By David Mazzenga
HONESDALE—Scores gathered at 6th and River Thursday night to honor the legacy of longtime librarian, Molly Rodgers, whose 40 years of experience in both a paid and volunteer capacity culminated in the unification of seven separate libraries into the Wayne Library Alliance (WLA) and a staunch advocacy which inspires her former coworkers to uphold her bibliophilic bulwark for years to come.
To this end, the WLA, now under the direction of System Administrator Tracy Schwarz, established the Molly Rodgers Library Legacy Group, which will allow individuals to “contribute to the longterm financial success” of the library by naming the group as a beneficiary of a portion of their estate.
“As always, she wanted her retirement to be something make a difference in the community,” Schwarz said of Rodgers.
Schwarz noted joining the legacy group will help ensure the library's longevity and “let us thank you for it now, while you're still here to enjoy it.”
In addition to honoring Rodgers' commitment with the legacy group, Thursday's jovial celebrations allowed those in attendance to express their fondness for her on a “We Geek Molly” marker board.
Moreover, Children's Librarian, Betty Lawson devised a game of “Molly Bingo” to pesent charming anecdotes from Rodgers' life.
“Any success that the library's had, any success that I've had...is because of this incredible woman in my life,” said Lawson. “She teaches us to be strong, to persevere and to be proud that we're smart, strong women. She built this wonderful, wonderful place where we are.”
Further accolades and heartfelt congratulations came from Rodgers' myriad friends and colleagues over the years, including Pennsylvania Library Association Executive Director Christine Buker, Lackawanna Library System Administrator Mary Garm, Wayne County Public Library board members Louis LaBar and Mikki Uzupes, and write-in remarks from Allegheny County Library Association Executive Director Marilyn Jenkins.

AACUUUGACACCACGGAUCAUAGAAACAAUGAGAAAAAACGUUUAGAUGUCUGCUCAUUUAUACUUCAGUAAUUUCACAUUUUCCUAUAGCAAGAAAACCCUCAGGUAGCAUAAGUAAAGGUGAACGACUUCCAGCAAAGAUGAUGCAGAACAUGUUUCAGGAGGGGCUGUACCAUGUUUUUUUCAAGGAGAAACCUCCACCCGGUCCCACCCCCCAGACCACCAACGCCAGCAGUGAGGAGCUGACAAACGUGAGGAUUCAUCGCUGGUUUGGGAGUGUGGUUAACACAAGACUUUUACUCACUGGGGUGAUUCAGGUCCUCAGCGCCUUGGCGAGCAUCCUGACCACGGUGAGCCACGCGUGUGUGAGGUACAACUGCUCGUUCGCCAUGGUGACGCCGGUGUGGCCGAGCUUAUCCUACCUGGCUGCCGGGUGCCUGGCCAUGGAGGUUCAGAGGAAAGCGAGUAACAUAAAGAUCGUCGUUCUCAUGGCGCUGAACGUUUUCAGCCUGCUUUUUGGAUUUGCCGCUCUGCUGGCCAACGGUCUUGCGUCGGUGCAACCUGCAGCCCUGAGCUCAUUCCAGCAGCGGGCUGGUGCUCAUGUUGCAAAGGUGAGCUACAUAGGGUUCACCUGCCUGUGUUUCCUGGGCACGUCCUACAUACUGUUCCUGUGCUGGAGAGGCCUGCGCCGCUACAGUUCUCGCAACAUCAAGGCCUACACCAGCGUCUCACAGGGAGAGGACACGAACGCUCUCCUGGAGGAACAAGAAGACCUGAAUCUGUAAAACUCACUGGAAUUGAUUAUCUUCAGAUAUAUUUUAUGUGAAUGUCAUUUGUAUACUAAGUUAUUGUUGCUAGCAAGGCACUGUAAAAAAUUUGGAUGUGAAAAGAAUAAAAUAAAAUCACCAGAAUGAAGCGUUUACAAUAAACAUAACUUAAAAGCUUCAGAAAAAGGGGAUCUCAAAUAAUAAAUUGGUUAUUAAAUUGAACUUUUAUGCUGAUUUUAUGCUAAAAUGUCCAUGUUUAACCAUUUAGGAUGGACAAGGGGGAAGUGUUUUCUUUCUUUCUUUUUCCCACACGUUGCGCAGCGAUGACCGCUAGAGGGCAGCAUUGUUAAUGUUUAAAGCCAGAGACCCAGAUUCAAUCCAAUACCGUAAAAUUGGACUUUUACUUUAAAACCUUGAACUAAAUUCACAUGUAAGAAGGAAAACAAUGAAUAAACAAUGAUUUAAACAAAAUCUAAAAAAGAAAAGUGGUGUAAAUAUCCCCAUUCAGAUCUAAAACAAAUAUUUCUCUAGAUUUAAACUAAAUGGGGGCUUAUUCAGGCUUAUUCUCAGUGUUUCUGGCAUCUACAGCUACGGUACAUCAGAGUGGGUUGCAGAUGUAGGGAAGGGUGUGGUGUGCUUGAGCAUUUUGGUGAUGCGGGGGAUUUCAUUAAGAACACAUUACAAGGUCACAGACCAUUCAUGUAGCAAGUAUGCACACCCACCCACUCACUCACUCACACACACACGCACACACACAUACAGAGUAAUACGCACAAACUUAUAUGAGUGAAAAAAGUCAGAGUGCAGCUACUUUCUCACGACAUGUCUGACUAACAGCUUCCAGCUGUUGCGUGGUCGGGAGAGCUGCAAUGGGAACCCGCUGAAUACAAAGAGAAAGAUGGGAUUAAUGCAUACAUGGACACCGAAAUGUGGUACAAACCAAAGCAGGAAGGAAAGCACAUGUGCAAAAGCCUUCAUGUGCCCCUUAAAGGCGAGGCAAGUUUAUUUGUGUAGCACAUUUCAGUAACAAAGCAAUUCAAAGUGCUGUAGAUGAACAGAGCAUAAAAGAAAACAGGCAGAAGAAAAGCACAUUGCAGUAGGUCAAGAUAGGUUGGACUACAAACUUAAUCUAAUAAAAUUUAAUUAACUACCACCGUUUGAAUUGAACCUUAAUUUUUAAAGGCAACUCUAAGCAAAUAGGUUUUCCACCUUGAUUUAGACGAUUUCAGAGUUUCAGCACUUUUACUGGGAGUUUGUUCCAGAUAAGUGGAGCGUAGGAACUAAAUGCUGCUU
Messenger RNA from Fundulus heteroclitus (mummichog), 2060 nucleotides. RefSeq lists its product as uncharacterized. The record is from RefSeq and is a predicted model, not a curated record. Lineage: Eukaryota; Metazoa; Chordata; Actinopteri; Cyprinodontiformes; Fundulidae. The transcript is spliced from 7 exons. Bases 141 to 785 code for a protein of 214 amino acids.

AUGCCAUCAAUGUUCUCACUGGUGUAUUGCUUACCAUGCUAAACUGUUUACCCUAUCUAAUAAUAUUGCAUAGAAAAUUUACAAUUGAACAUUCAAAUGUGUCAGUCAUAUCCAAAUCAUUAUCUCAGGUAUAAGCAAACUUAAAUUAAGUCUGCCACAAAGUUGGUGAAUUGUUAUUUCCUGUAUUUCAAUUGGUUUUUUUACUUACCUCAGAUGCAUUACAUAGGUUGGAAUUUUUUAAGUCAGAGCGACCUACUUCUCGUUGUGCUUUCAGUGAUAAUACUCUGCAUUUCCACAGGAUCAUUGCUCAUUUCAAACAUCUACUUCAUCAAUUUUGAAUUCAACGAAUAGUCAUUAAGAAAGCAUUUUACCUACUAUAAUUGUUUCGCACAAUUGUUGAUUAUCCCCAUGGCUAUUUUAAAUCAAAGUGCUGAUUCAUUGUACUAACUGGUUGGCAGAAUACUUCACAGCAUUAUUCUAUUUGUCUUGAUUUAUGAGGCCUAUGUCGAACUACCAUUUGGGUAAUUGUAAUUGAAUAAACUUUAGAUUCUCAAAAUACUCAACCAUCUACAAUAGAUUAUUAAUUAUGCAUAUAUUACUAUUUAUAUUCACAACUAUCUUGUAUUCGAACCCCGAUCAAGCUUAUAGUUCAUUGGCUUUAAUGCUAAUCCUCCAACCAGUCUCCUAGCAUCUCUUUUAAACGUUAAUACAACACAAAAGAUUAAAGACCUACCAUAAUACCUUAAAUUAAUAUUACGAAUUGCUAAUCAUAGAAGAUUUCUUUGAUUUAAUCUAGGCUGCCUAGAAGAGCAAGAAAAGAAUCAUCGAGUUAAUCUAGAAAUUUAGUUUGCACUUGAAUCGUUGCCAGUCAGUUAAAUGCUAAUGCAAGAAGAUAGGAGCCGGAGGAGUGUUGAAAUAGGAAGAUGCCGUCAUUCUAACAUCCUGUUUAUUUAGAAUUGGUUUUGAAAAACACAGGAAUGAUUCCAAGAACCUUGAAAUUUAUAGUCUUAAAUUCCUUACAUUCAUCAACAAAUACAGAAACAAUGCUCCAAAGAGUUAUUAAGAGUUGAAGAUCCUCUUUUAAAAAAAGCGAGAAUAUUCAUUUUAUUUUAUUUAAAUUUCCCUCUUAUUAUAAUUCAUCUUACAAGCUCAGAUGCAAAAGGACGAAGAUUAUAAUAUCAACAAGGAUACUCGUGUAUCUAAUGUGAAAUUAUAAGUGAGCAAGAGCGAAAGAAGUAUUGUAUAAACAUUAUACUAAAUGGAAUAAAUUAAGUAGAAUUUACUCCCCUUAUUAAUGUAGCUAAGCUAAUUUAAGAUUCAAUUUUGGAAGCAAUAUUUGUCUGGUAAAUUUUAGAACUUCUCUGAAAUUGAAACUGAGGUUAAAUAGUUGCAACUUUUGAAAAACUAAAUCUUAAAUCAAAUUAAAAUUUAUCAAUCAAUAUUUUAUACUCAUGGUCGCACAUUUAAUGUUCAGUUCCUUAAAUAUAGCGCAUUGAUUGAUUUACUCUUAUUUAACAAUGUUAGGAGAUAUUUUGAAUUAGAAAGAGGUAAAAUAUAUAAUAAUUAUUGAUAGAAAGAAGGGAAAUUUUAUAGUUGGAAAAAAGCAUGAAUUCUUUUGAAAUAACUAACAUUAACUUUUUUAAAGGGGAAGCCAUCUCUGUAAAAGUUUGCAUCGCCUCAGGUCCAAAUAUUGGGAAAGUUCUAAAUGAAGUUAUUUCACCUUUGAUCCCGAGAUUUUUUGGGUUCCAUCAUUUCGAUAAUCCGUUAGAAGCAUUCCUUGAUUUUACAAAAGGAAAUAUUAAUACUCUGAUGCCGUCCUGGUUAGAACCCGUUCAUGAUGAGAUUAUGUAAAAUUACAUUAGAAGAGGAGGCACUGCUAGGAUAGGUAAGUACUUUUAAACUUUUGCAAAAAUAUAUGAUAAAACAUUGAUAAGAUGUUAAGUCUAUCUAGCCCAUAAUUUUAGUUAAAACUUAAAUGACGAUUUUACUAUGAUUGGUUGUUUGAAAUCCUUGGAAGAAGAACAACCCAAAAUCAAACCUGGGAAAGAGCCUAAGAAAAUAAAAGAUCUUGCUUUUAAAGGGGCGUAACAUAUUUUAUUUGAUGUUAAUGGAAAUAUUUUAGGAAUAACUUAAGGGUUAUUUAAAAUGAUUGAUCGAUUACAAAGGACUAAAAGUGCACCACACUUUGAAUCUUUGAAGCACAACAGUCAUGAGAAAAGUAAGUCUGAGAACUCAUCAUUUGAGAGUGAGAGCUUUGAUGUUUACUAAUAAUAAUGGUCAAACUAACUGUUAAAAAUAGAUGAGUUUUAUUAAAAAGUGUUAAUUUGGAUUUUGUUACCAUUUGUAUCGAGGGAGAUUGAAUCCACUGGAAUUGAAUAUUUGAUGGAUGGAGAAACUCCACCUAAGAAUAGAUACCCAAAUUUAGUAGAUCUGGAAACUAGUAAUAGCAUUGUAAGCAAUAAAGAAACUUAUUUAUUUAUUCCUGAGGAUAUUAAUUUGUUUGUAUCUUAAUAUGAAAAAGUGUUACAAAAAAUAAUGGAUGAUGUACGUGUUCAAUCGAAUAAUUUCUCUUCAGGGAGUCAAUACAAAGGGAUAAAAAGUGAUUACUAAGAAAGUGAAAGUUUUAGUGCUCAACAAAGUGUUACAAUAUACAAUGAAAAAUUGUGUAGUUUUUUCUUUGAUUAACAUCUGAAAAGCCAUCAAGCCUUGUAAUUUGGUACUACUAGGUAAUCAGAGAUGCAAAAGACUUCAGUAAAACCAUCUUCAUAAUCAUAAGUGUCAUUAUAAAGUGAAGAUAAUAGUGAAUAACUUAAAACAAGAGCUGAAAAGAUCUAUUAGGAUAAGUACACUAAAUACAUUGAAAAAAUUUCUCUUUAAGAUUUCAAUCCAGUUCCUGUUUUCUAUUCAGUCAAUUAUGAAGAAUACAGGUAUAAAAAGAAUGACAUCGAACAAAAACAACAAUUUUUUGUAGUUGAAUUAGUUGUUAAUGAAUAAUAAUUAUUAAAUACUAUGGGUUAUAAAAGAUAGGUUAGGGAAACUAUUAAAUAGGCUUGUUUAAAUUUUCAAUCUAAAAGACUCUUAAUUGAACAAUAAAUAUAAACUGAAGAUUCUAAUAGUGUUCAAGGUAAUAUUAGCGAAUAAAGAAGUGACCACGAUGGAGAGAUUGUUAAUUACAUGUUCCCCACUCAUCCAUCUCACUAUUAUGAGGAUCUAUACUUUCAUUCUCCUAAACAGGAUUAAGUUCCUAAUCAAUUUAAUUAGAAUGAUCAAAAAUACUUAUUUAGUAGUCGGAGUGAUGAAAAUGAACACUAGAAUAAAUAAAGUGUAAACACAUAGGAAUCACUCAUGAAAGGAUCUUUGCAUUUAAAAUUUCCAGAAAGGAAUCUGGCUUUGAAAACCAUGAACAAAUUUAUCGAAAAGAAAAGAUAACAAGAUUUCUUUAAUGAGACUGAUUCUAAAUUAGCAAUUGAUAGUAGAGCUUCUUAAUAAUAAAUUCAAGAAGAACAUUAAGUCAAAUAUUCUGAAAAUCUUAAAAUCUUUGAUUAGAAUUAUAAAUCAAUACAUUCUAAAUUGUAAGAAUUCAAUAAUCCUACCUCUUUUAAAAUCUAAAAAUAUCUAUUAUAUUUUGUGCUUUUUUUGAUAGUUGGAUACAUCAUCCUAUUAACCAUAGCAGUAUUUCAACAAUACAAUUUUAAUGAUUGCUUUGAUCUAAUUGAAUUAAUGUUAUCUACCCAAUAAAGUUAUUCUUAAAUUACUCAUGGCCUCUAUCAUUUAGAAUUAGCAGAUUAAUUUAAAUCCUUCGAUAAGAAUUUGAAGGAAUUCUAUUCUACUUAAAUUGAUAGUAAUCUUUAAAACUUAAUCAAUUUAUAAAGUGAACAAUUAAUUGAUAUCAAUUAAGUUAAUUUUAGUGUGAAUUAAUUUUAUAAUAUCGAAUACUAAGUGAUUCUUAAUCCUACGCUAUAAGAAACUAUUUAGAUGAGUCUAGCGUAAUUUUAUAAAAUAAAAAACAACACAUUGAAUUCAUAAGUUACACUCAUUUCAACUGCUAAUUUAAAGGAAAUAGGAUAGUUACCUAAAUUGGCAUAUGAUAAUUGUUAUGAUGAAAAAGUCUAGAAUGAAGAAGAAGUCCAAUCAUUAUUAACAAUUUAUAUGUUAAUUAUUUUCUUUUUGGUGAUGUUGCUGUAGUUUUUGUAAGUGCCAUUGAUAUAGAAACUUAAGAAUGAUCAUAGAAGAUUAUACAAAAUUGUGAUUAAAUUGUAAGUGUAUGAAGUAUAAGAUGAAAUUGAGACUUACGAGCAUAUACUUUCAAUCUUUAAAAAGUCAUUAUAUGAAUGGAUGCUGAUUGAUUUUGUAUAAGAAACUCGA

Kicking off the kind words, Jenkins wrote “The life of a system administrator is an ever shifting landscape requiring and abundance of patience, a steady optimism balance by a pragmatic realism, and a good dose of humor. I have never seen anyone navigate that challenging terrain with as much grace as Molly.”
Noting that a library isn't, “...just a building, it's the people inside the building,” Buker said, “Molly is a true pioneer, champion and warrior for our libraries…
“Molly has often referred to the library in the terms 'timeless' and 'purposeful,' and when we look at how libraries have evolved, they are in fact timeless and purposeful.”
Adding to the idea of a library as more than a structure, LaBar stated, “When Molly became the director of the Wayne County Public Library, she did not see a book depository, a brick and mortar building, or hushed rooms overseen by an uptight librarian. She saw a living, breathing organization.”
He further noted this passion spurred her to bring together “ seven fiercely independent libraries,” ultimately creating “a rural library system recognized as one of the best … rural systems in the state.”
Adding to this sentiment, Garm stated, “On more than one occasion, Molly has convinced the state of Pennsylvania that Wayne County is the best place to fund pilot projects that would benefit libraries across the commonwealth.”
Calling attention to Rodgers' day-to-day interactions, Uzupes estimated the now retired librarian must have reached hundreds of thousands of lives between library patrons, employees, volunteers and all the other interpersonal relationships those individuals have had.